Chickweed, Stellaria media, is native to Europe and its botanic name means star-like. It grows well in disturbed areas and cultivated fields and herbalists used it to cool and moist irritated and inflammed tissues.
Starweed, starwort, chick wittles, tongue grass, winter weed, passerina, clucken wort, skirt buttons, stitchwort, satinflower, white bird’s-eye, adders mouth, tongue weed
Chickweed is a fast-growing, clump-forming and spreading herbaceous annual often found in rich and moist soil. The tiny white flowers are star-shaped with 5 sepals and 5 petals (each so deeply cleft it looks like there are 10 petals in total but there are only 5). The leaves are green-yellow, oval and grow opposite along the hairy stem. The easiest way to identify chickweed is to look for the line of fine hairs that grow in a single band along the stem and on the sepals. You might need a magnifying glass to see these hairs.
Not necessary as chickweed self-seeds readily.
Harvest the top 2cm (1 inch)
Use it fresh only as its potency declines quickly after drying.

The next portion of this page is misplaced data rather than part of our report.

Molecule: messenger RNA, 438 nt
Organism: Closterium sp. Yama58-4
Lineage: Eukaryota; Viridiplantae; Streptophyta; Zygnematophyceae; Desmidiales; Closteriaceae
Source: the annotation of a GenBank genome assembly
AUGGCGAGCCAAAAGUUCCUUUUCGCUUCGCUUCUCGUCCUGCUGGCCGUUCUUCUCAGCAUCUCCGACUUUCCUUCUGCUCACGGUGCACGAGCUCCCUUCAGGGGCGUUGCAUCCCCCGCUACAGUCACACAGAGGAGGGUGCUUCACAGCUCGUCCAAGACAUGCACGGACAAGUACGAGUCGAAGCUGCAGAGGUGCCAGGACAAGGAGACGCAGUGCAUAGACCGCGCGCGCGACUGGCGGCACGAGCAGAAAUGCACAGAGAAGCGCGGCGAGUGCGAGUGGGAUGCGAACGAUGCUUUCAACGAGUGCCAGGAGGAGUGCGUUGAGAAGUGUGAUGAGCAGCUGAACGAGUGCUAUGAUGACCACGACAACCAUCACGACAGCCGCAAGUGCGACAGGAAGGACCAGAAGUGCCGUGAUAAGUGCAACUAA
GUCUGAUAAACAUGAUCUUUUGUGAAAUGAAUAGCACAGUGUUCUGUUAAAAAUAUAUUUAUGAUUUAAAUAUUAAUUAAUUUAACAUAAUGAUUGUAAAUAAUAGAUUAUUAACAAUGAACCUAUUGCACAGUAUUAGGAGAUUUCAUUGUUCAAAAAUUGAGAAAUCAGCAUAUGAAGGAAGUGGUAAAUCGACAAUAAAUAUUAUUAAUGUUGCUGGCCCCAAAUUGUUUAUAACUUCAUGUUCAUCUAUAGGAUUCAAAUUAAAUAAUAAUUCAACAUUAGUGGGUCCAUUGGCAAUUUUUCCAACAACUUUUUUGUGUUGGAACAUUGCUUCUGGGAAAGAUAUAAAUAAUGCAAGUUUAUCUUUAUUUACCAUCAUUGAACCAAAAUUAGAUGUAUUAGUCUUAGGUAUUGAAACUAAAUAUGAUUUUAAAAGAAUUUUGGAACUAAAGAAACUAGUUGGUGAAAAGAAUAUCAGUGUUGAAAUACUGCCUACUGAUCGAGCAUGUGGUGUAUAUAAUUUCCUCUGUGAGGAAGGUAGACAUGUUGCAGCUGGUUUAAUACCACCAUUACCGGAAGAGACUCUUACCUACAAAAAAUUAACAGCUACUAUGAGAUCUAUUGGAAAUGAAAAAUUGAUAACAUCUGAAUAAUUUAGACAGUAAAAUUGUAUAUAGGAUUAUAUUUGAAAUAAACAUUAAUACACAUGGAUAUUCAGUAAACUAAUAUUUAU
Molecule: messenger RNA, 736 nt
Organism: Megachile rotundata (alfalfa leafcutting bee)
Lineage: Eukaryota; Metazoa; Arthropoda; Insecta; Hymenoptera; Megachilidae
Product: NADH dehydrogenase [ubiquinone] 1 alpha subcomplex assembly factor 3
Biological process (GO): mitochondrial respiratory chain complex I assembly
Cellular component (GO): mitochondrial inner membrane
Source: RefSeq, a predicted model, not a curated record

Mucilage, triterpenoid saponins, coumarins, carboxylic acids, silica, calcium, potassium, phosphorus, sodium, copper, vitamins A, B, C, fatty acids
Alterative, aquaretic, astringent, anti-rheumatic, demulcent, emollient, expectorant, febrifuge, lymphatic, mucilaginous, vulnerary
Bitter, sweet, cool, moist
MEDICINAL USE OF CHICKWEED
Chickweed is used to cool and moisten irritated and inflamed tissues. It is high in saponin which is a compound that produces lather when agitated. This soap-like foam is caused by the emulsification of fat-soluble aglycones and water-soluble sugars and increases the permeability of cellular membranes. This means an increased ability to absorb nutrients, break down excess fats, expel excess mucus and modulate inflammation.
Take internally for:
- Relieving unproductive cough
- Sore throat
- Fever (but not for when someone has a fever and feels cold)
- Increasing nutrient absorption
- Soothing irritation of the urinary tract (combined with Yarrow or cranberry)
- Aiding in weight loss
Topic application for:
- Arthritis, rheumatism and gout
- Cuts, wounds, boils, blisters, scrapes and skin irritation
- Soothing eye irritation, sties and conjunctivitis (pink eye)
- Nettle rash
- Insect bites and stings
- Varicose veins
- Benign cysts
- Swollen lymph
- Expressed juice
- Liquid extract
- Infused oil (let the plant dry for a few days to avoid mold development)
- Salve and cream/lotion
- Bath additive
Chickweed is a delicious addition to salads.
Church, B. 2006. Medicinal Plants, Trees, & Shrubs of Appalachia – A Field Guide. Lulu
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